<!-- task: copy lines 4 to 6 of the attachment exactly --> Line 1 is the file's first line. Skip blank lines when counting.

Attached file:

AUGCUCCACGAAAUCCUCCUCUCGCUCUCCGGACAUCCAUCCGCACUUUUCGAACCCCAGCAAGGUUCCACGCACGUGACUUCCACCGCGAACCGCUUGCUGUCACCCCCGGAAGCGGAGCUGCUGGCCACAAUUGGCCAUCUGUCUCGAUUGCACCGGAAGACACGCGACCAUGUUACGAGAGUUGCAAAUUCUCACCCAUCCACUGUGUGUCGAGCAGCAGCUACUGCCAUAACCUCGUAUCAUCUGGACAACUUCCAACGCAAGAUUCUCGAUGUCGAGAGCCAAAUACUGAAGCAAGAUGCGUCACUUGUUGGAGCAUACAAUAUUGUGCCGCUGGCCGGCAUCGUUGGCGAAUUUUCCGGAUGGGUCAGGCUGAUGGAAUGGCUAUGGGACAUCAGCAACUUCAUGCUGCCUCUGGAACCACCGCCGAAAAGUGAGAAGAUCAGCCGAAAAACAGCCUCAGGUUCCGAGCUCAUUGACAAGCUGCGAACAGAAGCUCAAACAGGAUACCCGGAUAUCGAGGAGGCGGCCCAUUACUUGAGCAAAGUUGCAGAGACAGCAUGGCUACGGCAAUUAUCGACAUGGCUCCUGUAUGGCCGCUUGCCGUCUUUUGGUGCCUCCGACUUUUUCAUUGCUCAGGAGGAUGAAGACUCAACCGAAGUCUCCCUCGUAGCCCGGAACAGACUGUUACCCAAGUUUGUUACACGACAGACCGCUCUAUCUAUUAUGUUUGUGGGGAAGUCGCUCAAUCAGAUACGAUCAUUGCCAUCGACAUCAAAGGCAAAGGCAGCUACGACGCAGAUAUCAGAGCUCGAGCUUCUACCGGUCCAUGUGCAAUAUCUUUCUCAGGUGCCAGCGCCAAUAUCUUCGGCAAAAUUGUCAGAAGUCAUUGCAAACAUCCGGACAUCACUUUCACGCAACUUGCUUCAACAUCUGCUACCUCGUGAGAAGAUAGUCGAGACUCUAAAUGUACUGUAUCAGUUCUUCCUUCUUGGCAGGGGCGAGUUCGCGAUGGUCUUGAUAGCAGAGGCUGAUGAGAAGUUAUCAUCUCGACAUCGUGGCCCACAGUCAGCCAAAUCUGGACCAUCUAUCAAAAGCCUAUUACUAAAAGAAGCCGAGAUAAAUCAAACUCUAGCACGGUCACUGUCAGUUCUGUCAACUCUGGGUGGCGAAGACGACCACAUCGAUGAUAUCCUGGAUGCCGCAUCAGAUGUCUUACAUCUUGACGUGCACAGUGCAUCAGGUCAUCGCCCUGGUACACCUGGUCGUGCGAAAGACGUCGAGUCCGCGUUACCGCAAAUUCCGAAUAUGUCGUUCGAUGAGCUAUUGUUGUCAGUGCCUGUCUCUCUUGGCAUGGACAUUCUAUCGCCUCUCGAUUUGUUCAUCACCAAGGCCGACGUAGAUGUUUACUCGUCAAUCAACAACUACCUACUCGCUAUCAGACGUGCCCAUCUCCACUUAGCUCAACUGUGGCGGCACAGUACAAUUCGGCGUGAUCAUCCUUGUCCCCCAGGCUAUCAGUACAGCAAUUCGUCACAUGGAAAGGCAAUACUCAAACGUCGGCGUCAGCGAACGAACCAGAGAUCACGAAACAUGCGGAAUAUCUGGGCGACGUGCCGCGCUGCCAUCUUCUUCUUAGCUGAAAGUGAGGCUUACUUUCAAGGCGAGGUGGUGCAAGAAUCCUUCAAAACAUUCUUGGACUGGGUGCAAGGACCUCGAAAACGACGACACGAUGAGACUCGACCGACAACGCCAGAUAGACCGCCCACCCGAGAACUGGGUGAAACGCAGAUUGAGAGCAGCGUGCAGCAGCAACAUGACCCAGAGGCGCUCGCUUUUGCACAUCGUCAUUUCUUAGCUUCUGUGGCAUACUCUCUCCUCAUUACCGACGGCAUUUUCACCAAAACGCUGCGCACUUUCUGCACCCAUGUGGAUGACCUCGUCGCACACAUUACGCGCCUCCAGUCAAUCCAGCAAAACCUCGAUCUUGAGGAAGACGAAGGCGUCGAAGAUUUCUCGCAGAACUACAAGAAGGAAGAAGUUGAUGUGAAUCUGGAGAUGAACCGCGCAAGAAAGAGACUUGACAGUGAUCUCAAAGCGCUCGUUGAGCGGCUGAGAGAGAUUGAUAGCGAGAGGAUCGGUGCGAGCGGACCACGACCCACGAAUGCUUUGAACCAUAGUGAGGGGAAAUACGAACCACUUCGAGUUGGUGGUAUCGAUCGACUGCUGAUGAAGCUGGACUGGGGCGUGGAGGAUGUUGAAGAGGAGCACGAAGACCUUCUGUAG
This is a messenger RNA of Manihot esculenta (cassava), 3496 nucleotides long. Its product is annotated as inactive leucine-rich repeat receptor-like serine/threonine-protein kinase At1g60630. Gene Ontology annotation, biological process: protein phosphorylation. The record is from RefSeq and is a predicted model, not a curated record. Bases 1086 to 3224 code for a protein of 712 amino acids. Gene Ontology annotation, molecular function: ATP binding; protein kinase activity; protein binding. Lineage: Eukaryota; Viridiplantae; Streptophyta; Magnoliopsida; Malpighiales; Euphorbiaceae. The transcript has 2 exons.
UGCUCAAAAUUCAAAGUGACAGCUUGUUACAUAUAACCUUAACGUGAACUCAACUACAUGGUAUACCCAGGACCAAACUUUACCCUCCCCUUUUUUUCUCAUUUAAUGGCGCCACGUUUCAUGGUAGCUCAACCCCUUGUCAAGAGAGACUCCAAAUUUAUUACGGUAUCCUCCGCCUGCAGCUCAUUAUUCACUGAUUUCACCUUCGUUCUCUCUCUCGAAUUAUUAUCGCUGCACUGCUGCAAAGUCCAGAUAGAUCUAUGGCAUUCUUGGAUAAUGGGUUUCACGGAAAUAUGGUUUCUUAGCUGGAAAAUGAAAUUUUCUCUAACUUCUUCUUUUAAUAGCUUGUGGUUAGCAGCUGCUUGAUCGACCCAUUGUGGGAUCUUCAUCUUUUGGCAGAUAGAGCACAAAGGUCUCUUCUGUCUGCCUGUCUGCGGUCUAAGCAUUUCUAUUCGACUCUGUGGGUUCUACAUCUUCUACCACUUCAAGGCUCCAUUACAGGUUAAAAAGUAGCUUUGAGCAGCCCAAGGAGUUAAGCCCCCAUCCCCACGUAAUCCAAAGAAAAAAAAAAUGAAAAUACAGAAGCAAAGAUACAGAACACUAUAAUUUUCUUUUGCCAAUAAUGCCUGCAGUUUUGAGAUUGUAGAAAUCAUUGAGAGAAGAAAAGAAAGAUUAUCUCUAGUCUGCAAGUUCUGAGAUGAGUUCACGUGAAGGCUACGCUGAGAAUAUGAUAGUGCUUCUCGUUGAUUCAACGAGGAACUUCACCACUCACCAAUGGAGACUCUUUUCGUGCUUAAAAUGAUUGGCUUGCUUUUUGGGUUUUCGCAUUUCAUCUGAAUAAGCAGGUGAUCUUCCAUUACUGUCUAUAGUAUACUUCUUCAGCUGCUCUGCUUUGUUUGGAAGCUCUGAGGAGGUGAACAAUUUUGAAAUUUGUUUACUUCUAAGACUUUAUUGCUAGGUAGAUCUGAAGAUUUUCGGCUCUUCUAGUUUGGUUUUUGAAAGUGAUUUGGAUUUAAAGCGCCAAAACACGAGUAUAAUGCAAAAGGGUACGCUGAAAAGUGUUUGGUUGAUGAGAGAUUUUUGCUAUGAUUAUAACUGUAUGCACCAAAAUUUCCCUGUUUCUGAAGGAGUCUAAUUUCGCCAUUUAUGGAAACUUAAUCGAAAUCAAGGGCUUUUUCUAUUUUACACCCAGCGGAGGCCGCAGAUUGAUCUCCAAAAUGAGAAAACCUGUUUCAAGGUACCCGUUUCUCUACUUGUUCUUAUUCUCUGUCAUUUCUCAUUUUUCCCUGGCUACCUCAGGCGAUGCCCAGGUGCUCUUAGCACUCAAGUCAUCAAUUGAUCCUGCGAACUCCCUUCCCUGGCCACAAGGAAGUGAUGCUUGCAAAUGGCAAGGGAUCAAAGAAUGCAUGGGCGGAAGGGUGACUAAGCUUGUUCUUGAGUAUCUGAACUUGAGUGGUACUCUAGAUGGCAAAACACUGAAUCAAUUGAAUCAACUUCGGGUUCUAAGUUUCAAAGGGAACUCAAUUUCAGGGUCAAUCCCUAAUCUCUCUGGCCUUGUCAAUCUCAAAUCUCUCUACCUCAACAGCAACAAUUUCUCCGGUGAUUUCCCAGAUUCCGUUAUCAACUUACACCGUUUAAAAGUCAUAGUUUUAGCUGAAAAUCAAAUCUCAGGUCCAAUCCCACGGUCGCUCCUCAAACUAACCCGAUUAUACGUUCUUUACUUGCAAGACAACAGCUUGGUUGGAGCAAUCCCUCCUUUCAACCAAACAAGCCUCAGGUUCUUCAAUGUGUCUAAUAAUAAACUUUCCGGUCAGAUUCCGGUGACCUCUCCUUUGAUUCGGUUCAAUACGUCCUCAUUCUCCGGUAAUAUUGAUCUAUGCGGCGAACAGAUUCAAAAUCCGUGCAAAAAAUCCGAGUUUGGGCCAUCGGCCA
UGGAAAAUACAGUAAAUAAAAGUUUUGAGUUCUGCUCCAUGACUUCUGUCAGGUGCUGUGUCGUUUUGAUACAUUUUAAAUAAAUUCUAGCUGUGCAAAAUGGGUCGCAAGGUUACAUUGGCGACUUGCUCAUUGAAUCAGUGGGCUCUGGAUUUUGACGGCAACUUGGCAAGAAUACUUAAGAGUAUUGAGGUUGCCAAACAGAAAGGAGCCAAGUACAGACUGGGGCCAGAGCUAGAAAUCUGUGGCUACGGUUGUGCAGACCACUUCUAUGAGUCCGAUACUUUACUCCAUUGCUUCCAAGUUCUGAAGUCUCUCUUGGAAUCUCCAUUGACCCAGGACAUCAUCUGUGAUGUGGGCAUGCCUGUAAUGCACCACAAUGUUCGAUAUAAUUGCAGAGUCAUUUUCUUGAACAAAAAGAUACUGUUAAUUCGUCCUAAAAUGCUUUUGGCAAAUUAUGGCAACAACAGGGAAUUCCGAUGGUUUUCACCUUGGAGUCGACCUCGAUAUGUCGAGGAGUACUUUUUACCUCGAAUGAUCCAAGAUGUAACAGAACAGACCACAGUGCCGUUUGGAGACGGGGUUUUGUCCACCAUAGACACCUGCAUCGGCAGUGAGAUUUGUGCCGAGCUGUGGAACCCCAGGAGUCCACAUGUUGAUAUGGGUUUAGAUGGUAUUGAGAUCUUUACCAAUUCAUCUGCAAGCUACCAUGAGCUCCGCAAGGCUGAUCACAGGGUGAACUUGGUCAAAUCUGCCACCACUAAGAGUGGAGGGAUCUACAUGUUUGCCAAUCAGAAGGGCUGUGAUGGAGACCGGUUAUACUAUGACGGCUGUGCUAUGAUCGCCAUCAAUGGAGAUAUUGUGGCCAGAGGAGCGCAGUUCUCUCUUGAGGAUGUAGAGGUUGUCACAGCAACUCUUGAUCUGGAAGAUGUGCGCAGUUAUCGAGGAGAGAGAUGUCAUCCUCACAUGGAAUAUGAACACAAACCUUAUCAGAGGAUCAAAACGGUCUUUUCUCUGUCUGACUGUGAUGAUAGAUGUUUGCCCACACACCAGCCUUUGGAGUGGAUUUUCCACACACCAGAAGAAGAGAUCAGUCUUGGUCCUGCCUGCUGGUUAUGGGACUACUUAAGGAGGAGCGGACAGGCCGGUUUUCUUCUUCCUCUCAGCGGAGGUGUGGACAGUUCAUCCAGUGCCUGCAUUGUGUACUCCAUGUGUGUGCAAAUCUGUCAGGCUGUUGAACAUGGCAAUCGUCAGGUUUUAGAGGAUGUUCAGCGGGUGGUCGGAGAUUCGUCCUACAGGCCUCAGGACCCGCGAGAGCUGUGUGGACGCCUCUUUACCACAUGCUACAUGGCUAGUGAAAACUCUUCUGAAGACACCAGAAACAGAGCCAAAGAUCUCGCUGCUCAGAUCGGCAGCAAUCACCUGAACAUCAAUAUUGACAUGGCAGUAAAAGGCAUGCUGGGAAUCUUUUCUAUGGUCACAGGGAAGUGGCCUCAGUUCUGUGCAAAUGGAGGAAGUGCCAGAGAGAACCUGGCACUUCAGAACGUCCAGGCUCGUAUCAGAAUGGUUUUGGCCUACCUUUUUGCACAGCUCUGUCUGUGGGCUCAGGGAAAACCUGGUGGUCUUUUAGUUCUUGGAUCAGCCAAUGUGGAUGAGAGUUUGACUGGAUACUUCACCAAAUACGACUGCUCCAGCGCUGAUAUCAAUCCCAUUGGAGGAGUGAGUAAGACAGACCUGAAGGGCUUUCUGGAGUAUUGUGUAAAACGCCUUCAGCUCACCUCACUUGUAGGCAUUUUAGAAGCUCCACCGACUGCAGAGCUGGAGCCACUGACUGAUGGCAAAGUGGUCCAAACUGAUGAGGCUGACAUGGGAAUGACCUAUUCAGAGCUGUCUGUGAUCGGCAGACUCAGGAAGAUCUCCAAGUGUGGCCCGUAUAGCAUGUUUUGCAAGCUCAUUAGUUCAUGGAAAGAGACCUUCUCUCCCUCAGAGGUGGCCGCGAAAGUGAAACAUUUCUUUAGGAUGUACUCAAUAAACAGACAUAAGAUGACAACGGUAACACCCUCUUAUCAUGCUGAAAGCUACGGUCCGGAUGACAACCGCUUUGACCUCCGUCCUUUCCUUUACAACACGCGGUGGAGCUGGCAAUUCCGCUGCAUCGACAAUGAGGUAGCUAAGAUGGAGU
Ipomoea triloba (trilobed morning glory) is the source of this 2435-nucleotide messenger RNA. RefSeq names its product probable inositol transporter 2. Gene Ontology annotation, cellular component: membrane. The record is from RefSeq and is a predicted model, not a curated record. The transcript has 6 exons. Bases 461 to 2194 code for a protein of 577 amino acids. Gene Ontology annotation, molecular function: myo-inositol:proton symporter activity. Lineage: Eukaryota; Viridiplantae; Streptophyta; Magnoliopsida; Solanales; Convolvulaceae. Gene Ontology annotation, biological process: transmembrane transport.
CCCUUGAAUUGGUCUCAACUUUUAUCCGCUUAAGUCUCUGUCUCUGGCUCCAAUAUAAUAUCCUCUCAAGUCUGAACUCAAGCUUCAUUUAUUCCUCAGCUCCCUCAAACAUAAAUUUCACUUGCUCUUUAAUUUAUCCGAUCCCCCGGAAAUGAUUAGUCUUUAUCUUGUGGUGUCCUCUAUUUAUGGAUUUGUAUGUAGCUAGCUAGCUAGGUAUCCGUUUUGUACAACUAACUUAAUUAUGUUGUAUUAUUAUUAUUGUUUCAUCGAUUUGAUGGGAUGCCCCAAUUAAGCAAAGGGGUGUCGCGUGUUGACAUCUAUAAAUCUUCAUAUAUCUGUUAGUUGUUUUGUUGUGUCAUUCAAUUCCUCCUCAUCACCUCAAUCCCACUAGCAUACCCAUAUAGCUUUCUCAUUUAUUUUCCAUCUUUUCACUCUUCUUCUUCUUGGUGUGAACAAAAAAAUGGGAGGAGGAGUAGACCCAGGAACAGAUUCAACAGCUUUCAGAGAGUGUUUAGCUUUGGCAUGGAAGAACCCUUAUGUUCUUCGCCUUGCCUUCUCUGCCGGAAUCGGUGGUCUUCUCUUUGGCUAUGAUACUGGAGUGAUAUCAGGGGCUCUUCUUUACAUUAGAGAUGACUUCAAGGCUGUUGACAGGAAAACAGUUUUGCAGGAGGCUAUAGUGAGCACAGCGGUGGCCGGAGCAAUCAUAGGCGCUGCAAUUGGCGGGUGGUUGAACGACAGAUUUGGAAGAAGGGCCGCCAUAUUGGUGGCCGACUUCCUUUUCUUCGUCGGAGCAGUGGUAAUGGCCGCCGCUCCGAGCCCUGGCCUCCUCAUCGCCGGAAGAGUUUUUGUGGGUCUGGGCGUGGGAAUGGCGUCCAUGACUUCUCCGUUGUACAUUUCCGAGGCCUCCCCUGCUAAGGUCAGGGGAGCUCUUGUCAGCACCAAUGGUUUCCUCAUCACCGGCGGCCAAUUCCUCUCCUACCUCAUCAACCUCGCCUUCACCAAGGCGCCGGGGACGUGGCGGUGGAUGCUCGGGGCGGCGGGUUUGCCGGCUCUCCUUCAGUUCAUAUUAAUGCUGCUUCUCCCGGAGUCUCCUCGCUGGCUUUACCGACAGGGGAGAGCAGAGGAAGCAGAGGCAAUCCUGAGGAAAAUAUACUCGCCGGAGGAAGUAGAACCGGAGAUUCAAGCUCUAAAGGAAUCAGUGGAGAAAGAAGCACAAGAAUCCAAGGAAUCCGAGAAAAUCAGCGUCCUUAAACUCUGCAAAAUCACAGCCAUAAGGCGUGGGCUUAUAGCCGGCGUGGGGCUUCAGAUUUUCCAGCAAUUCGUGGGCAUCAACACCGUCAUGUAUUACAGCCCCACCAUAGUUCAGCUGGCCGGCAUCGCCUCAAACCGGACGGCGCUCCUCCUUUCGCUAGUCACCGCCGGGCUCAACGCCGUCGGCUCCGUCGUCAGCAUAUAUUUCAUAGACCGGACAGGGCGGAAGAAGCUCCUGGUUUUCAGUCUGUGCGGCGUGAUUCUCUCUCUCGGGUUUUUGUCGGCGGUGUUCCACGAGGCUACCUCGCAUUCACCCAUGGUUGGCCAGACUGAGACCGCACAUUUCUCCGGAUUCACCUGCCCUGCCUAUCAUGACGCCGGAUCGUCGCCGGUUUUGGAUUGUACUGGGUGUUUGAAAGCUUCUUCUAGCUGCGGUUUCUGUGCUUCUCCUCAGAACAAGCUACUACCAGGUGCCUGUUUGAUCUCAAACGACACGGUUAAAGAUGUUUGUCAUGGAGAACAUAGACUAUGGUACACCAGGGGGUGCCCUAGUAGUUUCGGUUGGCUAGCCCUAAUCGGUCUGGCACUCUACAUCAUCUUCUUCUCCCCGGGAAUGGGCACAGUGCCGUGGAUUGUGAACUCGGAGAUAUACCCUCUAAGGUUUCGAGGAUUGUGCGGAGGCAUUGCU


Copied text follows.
UGGAAAAUACAGUAAAUAAAAGUUUUGAGUUCUGCUCCAUGACUUCUGUCAGGUGCUGUGUCGUUUUGAUACAUUUUAAAUAAAUUCUAGCUGUGCAAAAUGGGUCGCAAGGUUACAUUGGCGACUUGCUCAUUGAAUCAGUGGGCUCUGGAUUUUGACGGCAACUUGGCAAGAAUACUUAAGAGUAUUGAGGUUGCCAAACAGAAAGGAGCCAAGUACAGACUGGGGCCAGAGCUAGAAAUCUGUGGCUACGGUUGUGCAGACCACUUCUAUGAGUCCGAUACUUUACUCCAUUGCUUCCAAGUUCUGAAGUCUCUCUUGGAAUCUCCAUUGACCCAGGACAUCAUCUGUGAUGUGGGCAUGCCUGUAAUGCACCACAAUGUUCGAUAUAAUUGCAGAGUCAUUUUCUUGAACAAAAAGAUACUGUUAAUUCGUCCUAAAAUGCUUUUGGCAAAUUAUGGCAACAACAGGGAAUUCCGAUGGUUUUCACCUUGGAGUCGACCUCGAUAUGUCGAGGAGUACUUUUUACCUCGAAUGAUCCAAGAUGUAACAGAACAGACCACAGUGCCGUUUGGAGACGGGGUUUUGUCCACCAUAGACACCUGCAUCGGCAGUGAGAUUUGUGCCGAGCUGUGGAACCCCAGGAGUCCACAUGUUGAUAUGGGUUUAGAUGGUAUUGAGAUCUUUACCAAUUCAUCUGCAAGCUACCAUGAGCUCCGCAAGGCUGAUCACAGGGUGAACUUGGUCAAAUCUGCCACCACUAAGAGUGGAGGGAUCUACAUGUUUGCCAAUCAGAAGGGCUGUGAUGGAGACCGGUUAUACUAUGACGGCUGUGCUAUGAUCGCCAUCAAUGGAGAUAUUGUGGCCAGAGGAGCGCAGUUCUCUCUUGAGGAUGUAGAGGUUGUCACAGCAACUCUUGAUCUGGAAGAUGUGCGCAGUUAUCGAGGAGAGAGAUGUCAUCCUCACAUGGAAUAUGAACACAAACCUUAUCAGAGGAUCAAAACGGUCUUUUCUCUGUCUGACUGUGAUGAUAGAUGUUUGCCCACACACCAGCCUUUGGAGUGGAUUUUCCACACACCAGAAGAAGAGAUCAGUCUUGGUCCUGCCUGCUGGUUAUGGGACUACUUAAGGAGGAGCGGACAGGCCGGUUUUCUUCUUCCUCUCAGCGGAGGUGUGGACAGUUCAUCCAGUGCCUGCAUUGUGUACUCCAUGUGUGUGCAAAUCUGUCAGGCUGUUGAACAUGGCAAUCGUCAGGUUUUAGAGGAUGUUCAGCGGGUGGUCGGAGAUUCGUCCUACAGGCCUCAGGACCCGCGAGAGCUGUGUGGACGCCUCUUUACCACAUGCUACAUGGCUAGUGAAAACUCUUCUGAAGACACCAGAAACAGAGCCAAAGAUCUCGCUGCUCAGAUCGGCAGCAAUCACCUGAACAUCAAUAUUGACAUGGCAGUAAAAGGCAUGCUGGGAAUCUUUUCUAUGGUCACAGGGAAGUGGCCUCAGUUCUGUGCAAAUGGAGGAAGUGCCAGAGAGAACCUGGCACUUCAGAACGUCCAGGCUCGUAUCAGAAUGGUUUUGGCCUACCUUUUUGCACAGCUCUGUCUGUGGGCUCAGGGAAAACCUGGUGGUCUUUUAGUUCUUGGAUCAGCCAAUGUGGAUGAGAGUUUGACUGGAUACUUCACCAAAUACGACUGCUCCAGCGCUGAUAUCAAUCCCAUUGGAGGAGUGAGUAAGACAGACCUGAAGGGCUUUCUGGAGUAUUGUGUAAAACGCCUUCAGCUCACCUCACUUGUAGGCAUUUUAGAAGCUCCACCGACUGCAGAGCUGGAGCCACUGACUGAUGGCAAAGUGGUCCAAACUGAUGAGGCUGACAUGGGAAUGACCUAUUCAGAGCUGUCUGUGAUCGGCAGACUCAGGAAGAUCUCCAAGUGUGGCCCGUAUAGCAUGUUUUGCAAGCUCAUUAGUUCAUGGAAAGAGACCUUCUCUCCCUCAGAGGUGGCCGCGAAAGUGAAACAUUUCUUUAGGAUGUACUCAAUAAACAGACAUAAGAUGACAACGGUAACACCCUCUUAUCAUGCUGAAAGCUACGGUCCGGAUGACAACCGCUUUGACCUCCGUCCUUUCCUUUACAACACGCGGUGGAGCUGGCAAUUCCGCUGCAUCGACAAUGAGGUAGCUAAGAUGGAGU
Ipomoea triloba (trilobed morning glory) is the source of this 2435-nucleotide messenger RNA. RefSeq names its product probable inositol transporter 2. Gene Ontology annotation, cellular component: membrane. The record is from RefSeq and is a predicted model, not a curated record. The transcript has 6 exons. Bases 461 to 2194 code for a protein of 577 amino acids. Gene Ontology annotation, molecular function: myo-inositol:proton symporter activity. Lineage: Eukaryota; Viridiplantae; Streptophyta; Magnoliopsida; Solanales; Convolvulaceae. Gene Ontology annotation, biological process: transmembrane transport.
CCCUUGAAUUGGUCUCAACUUUUAUCCGCUUAAGUCUCUGUCUCUGGCUCCAAUAUAAUAUCCUCUCAAGUCUGAACUCAAGCUUCAUUUAUUCCUCAGCUCCCUCAAACAUAAAUUUCACUUGCUCUUUAAUUUAUCCGAUCCCCCGGAAAUGAUUAGUCUUUAUCUUGUGGUGUCCUCUAUUUAUGGAUUUGUAUGUAGCUAGCUAGCUAGGUAUCCGUUUUGUACAACUAACUUAAUUAUGUUGUAUUAUUAUUAUUGUUUCAUCGAUUUGAUGGGAUGCCCCAAUUAAGCAAAGGGGUGUCGCGUGUUGACAUCUAUAAAUCUUCAUAUAUCUGUUAGUUGUUUUGUUGUGUCAUUCAAUUCCUCCUCAUCACCUCAAUCCCACUAGCAUACCCAUAUAGCUUUCUCAUUUAUUUUCCAUCUUUUCACUCUUCUUCUUCUUGGUGUGAACAAAAAAAUGGGAGGAGGAGUAGACCCAGGAACAGAUUCAACAGCUUUCAGAGAGUGUUUAGCUUUGGCAUGGAAGAACCCUUAUGUUCUUCGCCUUGCCUUCUCUGCCGGAAUCGGUGGUCUUCUCUUUGGCUAUGAUACUGGAGUGAUAUCAGGGGCUCUUCUUUACAUUAGAGAUGACUUCAAGGCUGUUGACAGGAAAACAGUUUUGCAGGAGGCUAUAGUGAGCACAGCGGUGGCCGGAGCAAUCAUAGGCGCUGCAAUUGGCGGGUGGUUGAACGACAGAUUUGGAAGAAGGGCCGCCAUAUUGGUGGCCGACUUCCUUUUCUUCGUCGGAGCAGUGGUAAUGGCCGCCGCUCCGAGCCCUGGCCUCCUCAUCGCCGGAAGAGUUUUUGUGGGUCUGGGCGUGGGAAUGGCGUCCAUGACUUCUCCGUUGUACAUUUCCGAGGCCUCCCCUGCUAAGGUCAGGGGAGCUCUUGUCAGCACCAAUGGUUUCCUCAUCACCGGCGGCCAAUUCCUCUCCUACCUCAUCAACCUCGCCUUCACCAAGGCGCCGGGGACGUGGCGGUGGAUGCUCGGGGCGGCGGGUUUGCCGGCUCUCCUUCAGUUCAUAUUAAUGCUGCUUCUCCCGGAGUCUCCUCGCUGGCUUUACCGACAGGGGAGAGCAGAGGAAGCAGAGGCAAUCCUGAGGAAAAUAUACUCGCCGGAGGAAGUAGAACCGGAGAUUCAAGCUCUAAAGGAAUCAGUGGAGAAAGAAGCACAAGAAUCCAAGGAAUCCGAGAAAAUCAGCGUCCUUAAACUCUGCAAAAUCACAGCCAUAAGGCGUGGGCUUAUAGCCGGCGUGGGGCUUCAGAUUUUCCAGCAAUUCGUGGGCAUCAACACCGUCAUGUAUUACAGCCCCACCAUAGUUCAGCUGGCCGGCAUCGCCUCAAACCGGACGGCGCUCCUCCUUUCGCUAGUCACCGCCGGGCUCAACGCCGUCGGCUCCGUCGUCAGCAUAUAUUUCAUAGACCGGACAGGGCGGAAGAAGCUCCUGGUUUUCAGUCUGUGCGGCGUGAUUCUCUCUCUCGGGUUUUUGUCGGCGGUGUUCCACGAGGCUACCUCGCAUUCACCCAUGGUUGGCCAGACUGAGACCGCACAUUUCUCCGGAUUCACCUGCCCUGCCUAUCAUGACGCCGGAUCGUCGCCGGUUUUGGAUUGUACUGGGUGUUUGAAAGCUUCUUCUAGCUGCGGUUUCUGUGCUUCUCCUCAGAACAAGCUACUACCAGGUGCCUGUUUGAUCUCAAACGACACGGUUAAAGAUGUUUGUCAUGGAGAACAUAGACUAUGGUACACCAGGGGGUGCCCUAGUAGUUUCGGUUGGCUAGCCCUAAUCGGUCUGGCACUCUACAUCAUCUUCUUCUCCCCGGGAAUGGGCACAGUGCCGUGGAUUGUGAACUCGGAGAUAUACCCUCUAAGGUUUCGAGGAUUGUGCGGAGGCAUUGCU